Conde Nast Slows iPad Edition Releases
Curbs digital mag issues, continues in other app development.
Conde Nast has noted that the iPad ready issues of their titles may not be doing as well as they (and every other publisher who ran to the “gold mine” of digital publishing) had planned.
As a result, Conde Nast has decided to slow the production of new digital issues for the iPad, according to Ad Age. With current titles Wired, GQ, Vanity Fair, The New Yorker, Glamour, Golf Digest, Self and Allure already available through the Apple platform, Conde Nast will not be releasing any other new digital titles in the immediate future.
One Conde publisher says, “It’s a shift. The official stance was we’re going to get all our magazines on the iPad because this is going to be such an important stream. The new change is maybe we can slow it down. In my opinion it makes Conde look smart because we have the ambition, but we’re not rushing.”
Other apps have been introduced from Conde Nast representing magazines whose full-fledged editions haven’t made it to the iPad yet. The Vogue Exclusive app, available for $.99, features content that expands on coverage provided by the magazine as well as exclusives (such as video and audio) available only through the app. The latest edition of the app was released last week, and its focus is centered on the upcoming Costume Gala held at the Met.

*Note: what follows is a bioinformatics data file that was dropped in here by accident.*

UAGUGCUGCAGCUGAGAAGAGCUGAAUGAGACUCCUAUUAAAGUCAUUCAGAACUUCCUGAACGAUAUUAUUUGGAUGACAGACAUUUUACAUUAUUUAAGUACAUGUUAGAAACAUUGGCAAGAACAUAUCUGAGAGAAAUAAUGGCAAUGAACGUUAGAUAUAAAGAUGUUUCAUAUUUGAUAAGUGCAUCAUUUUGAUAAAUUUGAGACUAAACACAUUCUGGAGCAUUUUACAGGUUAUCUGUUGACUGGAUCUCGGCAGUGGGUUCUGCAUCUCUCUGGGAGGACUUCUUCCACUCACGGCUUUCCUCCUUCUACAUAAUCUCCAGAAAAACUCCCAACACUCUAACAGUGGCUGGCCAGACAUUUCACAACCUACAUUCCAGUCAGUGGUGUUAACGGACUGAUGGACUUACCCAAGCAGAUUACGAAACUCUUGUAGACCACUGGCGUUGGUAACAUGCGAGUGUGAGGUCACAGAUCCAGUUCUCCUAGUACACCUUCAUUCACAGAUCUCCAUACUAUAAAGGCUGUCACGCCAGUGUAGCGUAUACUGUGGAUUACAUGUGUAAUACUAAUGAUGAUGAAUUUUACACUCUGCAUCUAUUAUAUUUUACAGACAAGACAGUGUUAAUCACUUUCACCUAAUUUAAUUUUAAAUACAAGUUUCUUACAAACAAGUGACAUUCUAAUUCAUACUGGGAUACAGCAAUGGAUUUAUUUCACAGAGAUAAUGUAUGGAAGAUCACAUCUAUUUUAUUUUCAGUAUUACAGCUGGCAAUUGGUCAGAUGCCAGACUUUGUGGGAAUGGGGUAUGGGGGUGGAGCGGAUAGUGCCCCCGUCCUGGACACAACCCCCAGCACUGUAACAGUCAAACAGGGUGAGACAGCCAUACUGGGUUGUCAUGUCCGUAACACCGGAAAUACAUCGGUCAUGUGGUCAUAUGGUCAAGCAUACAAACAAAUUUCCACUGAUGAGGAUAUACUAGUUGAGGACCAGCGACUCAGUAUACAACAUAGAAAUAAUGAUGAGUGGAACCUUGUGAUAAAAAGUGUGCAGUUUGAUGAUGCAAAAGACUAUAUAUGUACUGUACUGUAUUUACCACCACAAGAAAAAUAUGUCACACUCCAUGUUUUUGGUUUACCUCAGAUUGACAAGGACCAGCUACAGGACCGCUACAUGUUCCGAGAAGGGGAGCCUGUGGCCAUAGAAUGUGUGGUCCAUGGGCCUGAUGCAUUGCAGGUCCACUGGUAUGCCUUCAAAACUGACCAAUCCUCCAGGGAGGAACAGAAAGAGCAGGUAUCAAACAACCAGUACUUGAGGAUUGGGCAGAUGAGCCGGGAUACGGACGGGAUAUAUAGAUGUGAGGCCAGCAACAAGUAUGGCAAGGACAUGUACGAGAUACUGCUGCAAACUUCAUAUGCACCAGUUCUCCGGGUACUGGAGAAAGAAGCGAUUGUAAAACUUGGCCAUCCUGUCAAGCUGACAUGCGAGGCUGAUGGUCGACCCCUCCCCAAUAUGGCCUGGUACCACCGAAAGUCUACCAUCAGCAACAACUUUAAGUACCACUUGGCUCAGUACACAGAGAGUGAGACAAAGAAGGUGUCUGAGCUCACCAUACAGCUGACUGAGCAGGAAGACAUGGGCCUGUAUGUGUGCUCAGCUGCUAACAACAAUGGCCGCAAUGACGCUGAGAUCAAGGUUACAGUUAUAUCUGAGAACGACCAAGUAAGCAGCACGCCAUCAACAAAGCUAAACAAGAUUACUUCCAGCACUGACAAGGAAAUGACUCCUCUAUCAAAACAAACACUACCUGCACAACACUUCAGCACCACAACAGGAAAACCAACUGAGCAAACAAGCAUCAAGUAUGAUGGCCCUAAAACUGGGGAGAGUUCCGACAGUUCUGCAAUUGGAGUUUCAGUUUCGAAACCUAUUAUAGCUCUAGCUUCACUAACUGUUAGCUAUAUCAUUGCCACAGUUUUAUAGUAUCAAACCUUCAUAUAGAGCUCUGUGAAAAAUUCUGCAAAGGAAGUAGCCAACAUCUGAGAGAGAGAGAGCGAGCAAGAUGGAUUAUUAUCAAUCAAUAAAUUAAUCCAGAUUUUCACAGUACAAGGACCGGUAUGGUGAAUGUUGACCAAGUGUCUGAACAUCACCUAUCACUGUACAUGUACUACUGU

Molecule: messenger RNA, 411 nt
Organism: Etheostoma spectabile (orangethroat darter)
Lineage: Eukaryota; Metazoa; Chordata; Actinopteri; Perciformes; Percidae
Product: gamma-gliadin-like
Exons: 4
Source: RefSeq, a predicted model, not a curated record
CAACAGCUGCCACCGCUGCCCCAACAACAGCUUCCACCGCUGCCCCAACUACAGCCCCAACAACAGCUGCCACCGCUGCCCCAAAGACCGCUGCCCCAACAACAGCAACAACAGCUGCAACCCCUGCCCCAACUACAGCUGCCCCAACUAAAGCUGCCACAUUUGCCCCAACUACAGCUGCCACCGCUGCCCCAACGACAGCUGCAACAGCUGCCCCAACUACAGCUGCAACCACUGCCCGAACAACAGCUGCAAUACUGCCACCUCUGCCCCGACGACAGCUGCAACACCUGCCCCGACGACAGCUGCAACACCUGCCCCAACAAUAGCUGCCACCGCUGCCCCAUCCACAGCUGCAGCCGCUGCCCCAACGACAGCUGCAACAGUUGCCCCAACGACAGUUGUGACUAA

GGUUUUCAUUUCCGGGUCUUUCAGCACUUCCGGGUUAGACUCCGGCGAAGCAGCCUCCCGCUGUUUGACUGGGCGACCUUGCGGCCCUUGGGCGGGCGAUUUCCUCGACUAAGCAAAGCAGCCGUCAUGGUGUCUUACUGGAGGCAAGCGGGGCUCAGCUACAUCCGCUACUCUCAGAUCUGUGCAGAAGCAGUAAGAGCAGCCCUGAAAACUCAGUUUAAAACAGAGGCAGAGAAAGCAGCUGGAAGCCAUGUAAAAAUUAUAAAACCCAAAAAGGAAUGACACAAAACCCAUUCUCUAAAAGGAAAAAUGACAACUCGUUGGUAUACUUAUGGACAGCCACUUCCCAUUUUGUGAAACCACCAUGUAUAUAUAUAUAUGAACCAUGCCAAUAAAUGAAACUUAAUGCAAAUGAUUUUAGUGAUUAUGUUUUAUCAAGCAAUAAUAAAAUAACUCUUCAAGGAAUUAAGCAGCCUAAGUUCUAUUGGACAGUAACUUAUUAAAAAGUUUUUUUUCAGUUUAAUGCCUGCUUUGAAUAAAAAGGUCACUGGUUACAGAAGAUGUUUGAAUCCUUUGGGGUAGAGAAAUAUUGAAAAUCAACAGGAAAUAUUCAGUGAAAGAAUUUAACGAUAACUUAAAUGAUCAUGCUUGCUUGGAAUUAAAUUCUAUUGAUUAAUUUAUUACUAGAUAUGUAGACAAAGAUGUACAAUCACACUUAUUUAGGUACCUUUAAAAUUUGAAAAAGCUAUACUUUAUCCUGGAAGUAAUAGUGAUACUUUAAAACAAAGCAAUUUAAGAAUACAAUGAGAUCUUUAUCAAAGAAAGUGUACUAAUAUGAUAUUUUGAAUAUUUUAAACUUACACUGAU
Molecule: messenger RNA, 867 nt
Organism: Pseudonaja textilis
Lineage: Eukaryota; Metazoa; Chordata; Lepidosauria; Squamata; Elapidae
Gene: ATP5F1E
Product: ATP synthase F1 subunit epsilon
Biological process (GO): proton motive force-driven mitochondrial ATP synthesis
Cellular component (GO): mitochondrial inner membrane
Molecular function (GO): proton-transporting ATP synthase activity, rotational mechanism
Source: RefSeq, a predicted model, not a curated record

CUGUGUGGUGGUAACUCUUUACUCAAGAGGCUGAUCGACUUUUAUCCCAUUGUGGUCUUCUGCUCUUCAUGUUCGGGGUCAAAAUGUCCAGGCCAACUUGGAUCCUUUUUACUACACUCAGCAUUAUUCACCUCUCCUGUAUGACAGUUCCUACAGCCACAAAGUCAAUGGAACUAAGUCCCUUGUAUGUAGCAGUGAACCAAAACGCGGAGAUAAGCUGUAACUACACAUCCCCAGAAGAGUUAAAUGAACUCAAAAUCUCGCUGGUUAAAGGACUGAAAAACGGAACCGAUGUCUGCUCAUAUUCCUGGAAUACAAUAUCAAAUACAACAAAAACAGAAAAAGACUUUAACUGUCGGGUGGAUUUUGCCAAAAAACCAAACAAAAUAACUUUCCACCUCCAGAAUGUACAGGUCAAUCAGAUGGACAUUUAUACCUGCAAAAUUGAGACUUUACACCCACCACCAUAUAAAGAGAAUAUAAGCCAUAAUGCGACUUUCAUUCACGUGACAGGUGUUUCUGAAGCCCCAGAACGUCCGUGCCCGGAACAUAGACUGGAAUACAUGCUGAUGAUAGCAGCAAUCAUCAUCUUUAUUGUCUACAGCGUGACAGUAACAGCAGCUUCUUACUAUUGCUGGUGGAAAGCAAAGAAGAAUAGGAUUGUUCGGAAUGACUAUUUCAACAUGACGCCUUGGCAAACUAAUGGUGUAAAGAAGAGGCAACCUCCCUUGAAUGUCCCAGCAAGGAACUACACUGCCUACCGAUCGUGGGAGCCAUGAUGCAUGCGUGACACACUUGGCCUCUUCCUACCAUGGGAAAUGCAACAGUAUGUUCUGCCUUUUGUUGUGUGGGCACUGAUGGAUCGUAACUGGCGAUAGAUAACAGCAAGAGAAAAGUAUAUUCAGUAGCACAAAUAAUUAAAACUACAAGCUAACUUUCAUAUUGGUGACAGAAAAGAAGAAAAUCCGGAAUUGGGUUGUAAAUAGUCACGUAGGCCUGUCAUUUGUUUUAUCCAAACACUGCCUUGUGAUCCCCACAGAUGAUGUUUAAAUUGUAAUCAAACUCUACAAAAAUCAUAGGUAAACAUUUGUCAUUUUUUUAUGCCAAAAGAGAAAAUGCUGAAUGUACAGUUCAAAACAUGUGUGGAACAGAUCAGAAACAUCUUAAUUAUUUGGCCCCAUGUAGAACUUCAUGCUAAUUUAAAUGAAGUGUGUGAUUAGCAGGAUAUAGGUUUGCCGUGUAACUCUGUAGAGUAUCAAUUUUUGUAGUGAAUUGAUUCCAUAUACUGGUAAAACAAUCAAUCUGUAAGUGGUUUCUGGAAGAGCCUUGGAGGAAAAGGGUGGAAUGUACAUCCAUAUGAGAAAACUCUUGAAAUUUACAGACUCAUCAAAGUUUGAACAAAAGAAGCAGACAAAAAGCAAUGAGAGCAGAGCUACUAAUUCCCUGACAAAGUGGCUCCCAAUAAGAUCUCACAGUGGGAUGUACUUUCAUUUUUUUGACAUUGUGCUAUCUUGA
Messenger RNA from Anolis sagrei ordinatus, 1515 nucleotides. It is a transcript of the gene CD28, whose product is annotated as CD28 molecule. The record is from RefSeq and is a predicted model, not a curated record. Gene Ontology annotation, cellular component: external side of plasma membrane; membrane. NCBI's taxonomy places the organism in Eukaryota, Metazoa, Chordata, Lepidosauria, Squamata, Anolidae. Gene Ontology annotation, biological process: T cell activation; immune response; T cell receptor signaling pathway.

Individual titles are utilizing different ways to promote their iPad offerings. WIRED Magazine has launched a free copy download for their May issue, commemorating the anniversary of their arrival on the iPad.
Howard Mittman, VP and publisher of WIRED, told FOLIO:, “Fortunately, we’ve hit more balls then we’ve missed, and we’ve done it in a very public space, but it’s been a wonderful experiment for us, for our readers and our advertisers, and the experience we’ve gotten cumulatively is astounding.”
Mittman notes that he and his team have begun to understand what comes “instinctually” with the print issue of the magazine. Some of this includes seasonality and cover choices. Mittman also says the interactive elements of the digital edition has proven a learning experience, and the WIRED team is only now beginning to understand “what’s complimentary and what’s disruptive, in good and bad ways for the consumer experience, both in the edit side and the ad side.”
Just as publishers attempt to build their forums in the social media sphere, they are also realizing that community may be one of the major components to getting users to come back to digital editions beyond trial offers. Mittman says, “Our editors and our publishing side staff are constantly replying to tweets, posting messages and thoughts in the iTunes store itself, and allowing a forum for our community members to speak to us and get replies back.”
Like the phrases that have shifted over the e-media age (from “audience/readers” to “users”), the way publishers (in both editorial and advertising) interact with consumers seem as if it will have to morph as well.